The U.S. women’s national soccer team has reportedly been paid more than the men’s team in recent years, according to a letter from the U.S. Soccer Federation published Monday.
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The letter, signed by U.S. Soccer President Carlos Cordeiro, said $34.1 million was given to the women’s team for salaries and game bonuses between 2010 and 2018, while the men received only $26.4 million.
The total does not include the value of benefits received only by the women, like health care.
The federation released the figures as it moves toward mediating a federal lawsuit in which players for the women's team accused U.S. Soccer of "institutionalized gender discrimination" that includes inequitable compensation when compared to players on the men's team.
Molly Levinson, a spokeswoman for the players in matters involving the lawsuit, called the letter "a sad attempt by the U.S. Soccer Federation to quell the overwhelming tide of support the U.S. women's national team has received from everyone from fans to sponsors to Congress.
"The USSF has repeatedly admitted that it does not pay the women equally and that it does not believe the women even deserve to be paid equally," Levinson said in a statement. "This is why they use words like ‘fair and equitable,’ not equal in describing pay."
Comparing compensation between the two teams is difficult because the pay structure is based on different collective bargaining agreements. For example, players for the women's team have a base salary while the men are paid primarily based on matches and performance.
In the letter, Cordeiro said the federation recently conducted an extensive analysis of its finances over the past 10 years, seeking to clear up what he called confusion based on the pay structures for both teams.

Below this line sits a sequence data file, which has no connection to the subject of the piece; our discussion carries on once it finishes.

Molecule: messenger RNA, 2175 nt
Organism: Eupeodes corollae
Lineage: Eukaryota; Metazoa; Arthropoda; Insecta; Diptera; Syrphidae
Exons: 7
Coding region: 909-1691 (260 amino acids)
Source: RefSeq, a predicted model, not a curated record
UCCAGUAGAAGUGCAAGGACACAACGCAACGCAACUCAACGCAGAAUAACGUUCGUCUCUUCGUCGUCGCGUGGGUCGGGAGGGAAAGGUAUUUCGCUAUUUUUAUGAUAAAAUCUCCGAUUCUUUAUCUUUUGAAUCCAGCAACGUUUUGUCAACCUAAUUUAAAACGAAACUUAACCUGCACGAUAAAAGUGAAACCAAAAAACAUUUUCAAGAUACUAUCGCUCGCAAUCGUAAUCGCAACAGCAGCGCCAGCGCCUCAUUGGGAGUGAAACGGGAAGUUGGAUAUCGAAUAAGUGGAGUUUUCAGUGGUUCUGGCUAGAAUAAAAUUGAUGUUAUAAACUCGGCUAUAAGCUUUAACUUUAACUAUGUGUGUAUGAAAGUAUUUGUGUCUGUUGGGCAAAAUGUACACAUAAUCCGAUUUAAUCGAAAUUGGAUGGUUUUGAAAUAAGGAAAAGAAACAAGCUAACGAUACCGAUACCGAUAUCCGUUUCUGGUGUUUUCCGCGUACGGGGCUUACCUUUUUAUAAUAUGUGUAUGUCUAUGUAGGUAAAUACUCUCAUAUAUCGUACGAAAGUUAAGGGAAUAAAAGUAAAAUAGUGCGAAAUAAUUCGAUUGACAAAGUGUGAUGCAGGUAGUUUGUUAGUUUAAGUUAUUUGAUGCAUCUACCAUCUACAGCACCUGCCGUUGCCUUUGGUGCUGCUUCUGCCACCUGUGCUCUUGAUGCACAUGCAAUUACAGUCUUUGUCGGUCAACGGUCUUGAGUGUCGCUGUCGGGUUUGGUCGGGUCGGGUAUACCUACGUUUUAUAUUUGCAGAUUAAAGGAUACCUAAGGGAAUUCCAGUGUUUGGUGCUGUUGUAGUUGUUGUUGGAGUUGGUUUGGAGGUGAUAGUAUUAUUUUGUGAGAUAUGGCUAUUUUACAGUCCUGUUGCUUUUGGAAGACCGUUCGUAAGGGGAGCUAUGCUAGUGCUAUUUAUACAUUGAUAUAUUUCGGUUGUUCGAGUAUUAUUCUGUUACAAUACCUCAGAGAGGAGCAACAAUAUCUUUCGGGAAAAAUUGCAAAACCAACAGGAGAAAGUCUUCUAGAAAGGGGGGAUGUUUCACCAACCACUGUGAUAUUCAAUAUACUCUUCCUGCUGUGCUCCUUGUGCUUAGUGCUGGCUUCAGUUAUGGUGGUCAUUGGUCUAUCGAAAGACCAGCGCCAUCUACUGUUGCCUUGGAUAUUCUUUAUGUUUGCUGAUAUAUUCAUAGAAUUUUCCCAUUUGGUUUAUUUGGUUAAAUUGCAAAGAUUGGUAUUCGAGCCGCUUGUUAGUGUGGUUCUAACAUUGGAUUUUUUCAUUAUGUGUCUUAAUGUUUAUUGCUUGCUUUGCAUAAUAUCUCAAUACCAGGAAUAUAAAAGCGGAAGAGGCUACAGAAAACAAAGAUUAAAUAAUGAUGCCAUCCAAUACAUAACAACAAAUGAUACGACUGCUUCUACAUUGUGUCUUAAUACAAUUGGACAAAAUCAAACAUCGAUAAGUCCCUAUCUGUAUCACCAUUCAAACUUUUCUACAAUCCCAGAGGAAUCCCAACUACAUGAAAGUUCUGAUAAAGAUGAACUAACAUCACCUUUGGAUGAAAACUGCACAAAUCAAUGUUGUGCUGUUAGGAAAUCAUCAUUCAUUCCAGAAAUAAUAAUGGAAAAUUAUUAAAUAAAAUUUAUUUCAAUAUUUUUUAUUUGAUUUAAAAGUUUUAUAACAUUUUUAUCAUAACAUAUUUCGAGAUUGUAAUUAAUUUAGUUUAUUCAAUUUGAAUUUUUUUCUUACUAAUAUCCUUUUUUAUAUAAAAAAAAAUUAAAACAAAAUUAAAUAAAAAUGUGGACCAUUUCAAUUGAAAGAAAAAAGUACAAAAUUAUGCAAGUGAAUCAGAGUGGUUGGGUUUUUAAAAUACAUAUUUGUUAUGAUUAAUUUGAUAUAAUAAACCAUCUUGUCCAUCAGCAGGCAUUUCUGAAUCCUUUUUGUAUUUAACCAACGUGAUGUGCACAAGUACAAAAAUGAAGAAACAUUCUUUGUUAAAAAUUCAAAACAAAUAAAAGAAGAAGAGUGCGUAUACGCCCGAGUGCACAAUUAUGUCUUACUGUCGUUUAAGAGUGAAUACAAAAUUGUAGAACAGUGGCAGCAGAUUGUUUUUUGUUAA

U.S. Soccer said it pays the women's national team players a base salary of $100,000 per year, and an additional $67,500 to $72,500 per player as a salary for playing in the National Women's Soccer League. The women also have health care benefits and a retirement plan.
Players on the men's national team are paid by training camp call-ups, game appearances and through performance bonuses. The federation acknowledged the men have the ability to earn higher bonuses than the women. The men's team did not make the field for the 2018 World Cup in Russia, while the women have won back-to-back World Cup titles.
The collective bargaining agreements are not made public, and U.S. Soccer did not provide details about the men's bonus structure.
U.S. Soccer also says the men's team generates more revenue. The women's team generated $101.3 million over the course of 238 games between 2009 and 2019 while the men generated $185.7 million over 191 games, according to the federation.
The analysis did not include prize money for tournaments like the World Cup, because those funds are determined by FIFA, soccer's international governing body, and not U.S. Soccer.
Levinson maintained the figures provided by U.S. Soccer are misleading.
"The USSF fact sheet is not a ‘clarification.’ It is a ruse. Here is what they cannot deny. For every game a man plays on the MNT he makes a higher base salary payment than a woman on the WNT. For every comparable win or tie, his bonus is higher. That is the very definition of gender discrimination," Levinson said in a statement. "For the USSF to believe otherwise, is disheartening but it only increases our determination to obtain true equal pay."
The letter comes amid increasing pressure on U.S. Soccer in the wake of the women's victory at the World Cup earlier this month.
Companies such as LUNA Bar and Procter & Gamble have promised to donate money to the U.S. women’s national team to help close the pay gap.
During the World Cup, more than 50 members of Congress also sent a letter to U.S. Soccer "to express our disappointment of the inequities in pay, publicity, and investment that the U.S. Women's National Team (USWNT) has continued to face."
The Associated Press contributed to this report.